Soap & Salad: Chicago Style

Coastal green cleaning and urban rooftop farming converge in America’s Heartland on Chicago’s South Side. Method Products from San Fran, and Gotham Greens from Brooklyn have recently announced a partnership in sustainability at Method’s new manufacturing facility in the Pullman Neighborhood. The world’s largest rooftop hydroponic farm will be operational there in Spring 2015.

That’s not all there is to get bubbly about on this project. It’s the first of it’s kind in many ways.

This is the first U.S. production facility for Method, and the first ever LEED Platinum-certified production plant in the packaged goods industry. It’s also the first farm that the manufacturer-built Pullman neighborhood has likely seen in about a century. There is a lot of history there, and like the Pullman Company’s futuristic vision that created it originally, it’s renewal is just as forward thinking. It’s totally fresh.

Method’s new location features wind and solar power, along with more green space than pavement and factory – an about face from industrial land use of the past. The 22-acre parcel planning devotes farm more area that will be maintained by the soap company as grounds, with only 5 acres earmarked for production and vehicles. Instead of surrounding their interests with the predictable tall fence, a sidewalk will mark the perimeter of their Chicago holdings. They want the neighborhood to enjoy what will become park-like. The landscape plan calls for native plants; trees that were indigenous before anyone cleared or developed the land around Chicago, along with native grasses and perennials. They also would like to turn some of that open space into community garden that residents can use for growing fruits and vegetables.

That alone is a fresh way of grounds planning. Most commercial and industrial complexes would treat all that space like a regularly mowed hay field, acres of parched stubby grass intermittently sprouting from poor soil. Zoning will always call for a green screen – rows of trees planted on the property boundaries, but those are always the cheapest trees they can find. Here they see the brilliance of planting trees native to the soil composition they have. No maples, it will be oaks and hickory, and there will be no irrigation system.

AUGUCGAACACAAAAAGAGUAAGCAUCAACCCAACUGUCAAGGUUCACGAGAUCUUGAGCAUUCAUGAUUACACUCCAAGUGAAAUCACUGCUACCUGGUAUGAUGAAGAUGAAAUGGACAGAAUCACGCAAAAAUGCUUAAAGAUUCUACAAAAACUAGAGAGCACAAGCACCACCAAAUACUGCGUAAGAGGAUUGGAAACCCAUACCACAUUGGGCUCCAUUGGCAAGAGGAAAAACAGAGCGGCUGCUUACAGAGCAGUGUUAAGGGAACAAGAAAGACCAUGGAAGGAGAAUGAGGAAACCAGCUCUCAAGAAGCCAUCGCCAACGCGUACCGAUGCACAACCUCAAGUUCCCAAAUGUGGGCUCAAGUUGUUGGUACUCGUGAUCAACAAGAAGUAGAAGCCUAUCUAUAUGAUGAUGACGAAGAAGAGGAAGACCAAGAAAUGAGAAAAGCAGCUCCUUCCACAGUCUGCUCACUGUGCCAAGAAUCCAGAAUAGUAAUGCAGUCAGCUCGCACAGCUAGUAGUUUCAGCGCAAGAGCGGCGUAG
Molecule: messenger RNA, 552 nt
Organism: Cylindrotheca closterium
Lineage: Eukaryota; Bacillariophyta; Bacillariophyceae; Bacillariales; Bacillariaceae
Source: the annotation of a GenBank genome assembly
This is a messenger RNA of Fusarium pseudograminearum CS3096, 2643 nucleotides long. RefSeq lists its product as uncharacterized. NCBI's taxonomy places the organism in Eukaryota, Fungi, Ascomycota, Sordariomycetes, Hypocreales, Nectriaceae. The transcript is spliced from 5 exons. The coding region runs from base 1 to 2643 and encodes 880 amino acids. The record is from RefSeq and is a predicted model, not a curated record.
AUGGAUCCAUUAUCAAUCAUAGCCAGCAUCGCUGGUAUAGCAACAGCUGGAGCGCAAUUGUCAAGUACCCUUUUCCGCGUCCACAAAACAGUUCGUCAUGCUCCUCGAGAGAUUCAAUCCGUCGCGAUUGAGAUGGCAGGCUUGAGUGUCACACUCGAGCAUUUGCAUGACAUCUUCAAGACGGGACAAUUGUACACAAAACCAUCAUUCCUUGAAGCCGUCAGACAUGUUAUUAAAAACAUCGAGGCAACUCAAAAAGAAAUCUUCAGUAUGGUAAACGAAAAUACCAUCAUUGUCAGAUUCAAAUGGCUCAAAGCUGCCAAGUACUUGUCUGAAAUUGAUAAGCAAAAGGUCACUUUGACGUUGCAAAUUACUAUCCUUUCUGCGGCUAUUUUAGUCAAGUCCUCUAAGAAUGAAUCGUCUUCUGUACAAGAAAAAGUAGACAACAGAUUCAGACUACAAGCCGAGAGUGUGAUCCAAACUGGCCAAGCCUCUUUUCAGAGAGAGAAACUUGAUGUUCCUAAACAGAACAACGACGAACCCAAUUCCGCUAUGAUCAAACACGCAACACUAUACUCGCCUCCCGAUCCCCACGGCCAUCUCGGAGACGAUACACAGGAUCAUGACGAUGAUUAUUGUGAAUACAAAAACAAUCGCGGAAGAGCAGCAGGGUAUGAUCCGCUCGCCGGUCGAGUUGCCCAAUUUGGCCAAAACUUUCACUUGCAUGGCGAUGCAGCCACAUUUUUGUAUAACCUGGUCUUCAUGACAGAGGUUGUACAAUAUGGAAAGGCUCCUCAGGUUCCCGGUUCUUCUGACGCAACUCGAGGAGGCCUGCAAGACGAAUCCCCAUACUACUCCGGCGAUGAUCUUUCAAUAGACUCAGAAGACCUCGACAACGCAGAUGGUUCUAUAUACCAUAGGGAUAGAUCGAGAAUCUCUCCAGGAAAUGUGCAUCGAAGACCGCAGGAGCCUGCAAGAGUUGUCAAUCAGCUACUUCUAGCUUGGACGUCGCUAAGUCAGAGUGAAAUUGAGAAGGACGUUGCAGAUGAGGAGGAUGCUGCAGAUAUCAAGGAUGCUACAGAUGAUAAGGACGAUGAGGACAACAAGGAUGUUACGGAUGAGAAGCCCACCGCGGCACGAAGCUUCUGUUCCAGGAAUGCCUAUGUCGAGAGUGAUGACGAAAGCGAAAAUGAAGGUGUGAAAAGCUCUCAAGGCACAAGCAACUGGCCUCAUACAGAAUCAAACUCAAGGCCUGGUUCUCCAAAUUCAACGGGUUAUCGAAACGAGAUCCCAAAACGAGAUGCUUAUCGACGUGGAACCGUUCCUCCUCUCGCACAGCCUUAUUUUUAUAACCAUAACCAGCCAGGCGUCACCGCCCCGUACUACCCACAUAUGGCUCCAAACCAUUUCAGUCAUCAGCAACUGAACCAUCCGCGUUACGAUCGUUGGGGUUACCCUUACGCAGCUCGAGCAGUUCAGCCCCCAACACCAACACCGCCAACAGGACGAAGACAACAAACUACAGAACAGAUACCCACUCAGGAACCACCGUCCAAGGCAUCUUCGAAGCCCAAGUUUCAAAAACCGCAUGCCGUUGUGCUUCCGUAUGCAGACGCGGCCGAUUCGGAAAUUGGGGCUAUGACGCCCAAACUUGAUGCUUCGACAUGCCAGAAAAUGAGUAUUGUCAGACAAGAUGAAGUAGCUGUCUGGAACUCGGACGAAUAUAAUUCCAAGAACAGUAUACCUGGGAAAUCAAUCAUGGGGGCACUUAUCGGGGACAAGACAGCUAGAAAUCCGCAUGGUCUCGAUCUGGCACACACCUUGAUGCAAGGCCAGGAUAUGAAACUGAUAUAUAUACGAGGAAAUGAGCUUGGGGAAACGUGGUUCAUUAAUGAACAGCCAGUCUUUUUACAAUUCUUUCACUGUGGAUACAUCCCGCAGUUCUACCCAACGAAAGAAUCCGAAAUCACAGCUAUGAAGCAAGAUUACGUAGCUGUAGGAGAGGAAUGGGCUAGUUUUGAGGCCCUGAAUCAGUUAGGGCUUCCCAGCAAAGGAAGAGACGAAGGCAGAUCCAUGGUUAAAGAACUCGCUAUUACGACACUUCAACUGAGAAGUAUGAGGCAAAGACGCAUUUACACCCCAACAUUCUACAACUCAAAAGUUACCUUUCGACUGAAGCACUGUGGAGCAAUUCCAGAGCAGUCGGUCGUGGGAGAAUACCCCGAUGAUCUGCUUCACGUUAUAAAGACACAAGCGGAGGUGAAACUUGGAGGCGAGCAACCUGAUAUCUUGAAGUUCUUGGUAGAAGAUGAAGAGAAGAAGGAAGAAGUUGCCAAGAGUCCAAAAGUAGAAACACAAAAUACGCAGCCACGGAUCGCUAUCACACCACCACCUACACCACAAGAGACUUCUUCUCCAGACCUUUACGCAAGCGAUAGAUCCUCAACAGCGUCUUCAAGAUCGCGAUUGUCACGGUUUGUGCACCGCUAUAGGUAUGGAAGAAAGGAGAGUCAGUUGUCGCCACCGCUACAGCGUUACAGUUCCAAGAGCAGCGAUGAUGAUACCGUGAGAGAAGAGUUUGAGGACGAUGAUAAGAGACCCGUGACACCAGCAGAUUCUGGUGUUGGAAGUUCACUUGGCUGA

Atop this landmark LEED Certified industrial center, Gotham Greens is installing the largest rooftop farm in the world. Their new state-of-the-art greenhouses will also offset energy use with solar panels, and utilize their custom-designed recirculating hydroponic growing systems. This massive 75,000 square feet under glass will produce over a million pounds of hyper-local, top quality food a year. Just as they are known for in New York, Gotham’s fresh food will be grown without the use of chemical pesticides. It will sell at farmers markets in the area, and to restaurants and grocery stores.

For the residents of the food desert that Pullman currently is, this means their quality of life is about to experience a major boost, not just nutritionally, but economically as well. Gotham Greens brings 40 new jobs to the neighborhood. Method’s new 150,000 square foot facility will offer manufacturing employment to about 100 too. Other development is happening nearby, including the arrival of yet another Walmart store. Residents could see as many as 700 new possibilities for work close to home, because with all this new activity the dining, doctors, services, and shops will move in to cater to those in the hub of new growth. Sort of a Phoenix rising from the ashes that have existed since Pullman went out of business.

So, soap and salad it is, and while urban farming and eco-friendly cleaning products might make an odd couple at first glance, it’s an excellent way to move into a brighter future. Chicago has embraced urban farming with more interest than most cities in the interior. For some reason people on the coasts seem to be ahead of the rest of the US in envisioning the way things could be instead of mourning for what was. That’s what fresh and new is all about. It’s not something one finds beating a dead horse. Locating it means embracing change, change for the good of everyone, not just the bottom line. Here’s proof that you can be profitable and sustainable without green washing your business or products, and change the local economy and quality of life while you’re at it.

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Tammy Clayton

Contributing Writer at Garden Culture Magazine

Tammy has been immersed in the world of plants and growing since her first job as an assistant weeder at the tender age of 8. Heavily influenced by a former life as a landscape designer and nursery owner, she swears good looking plants follow her home.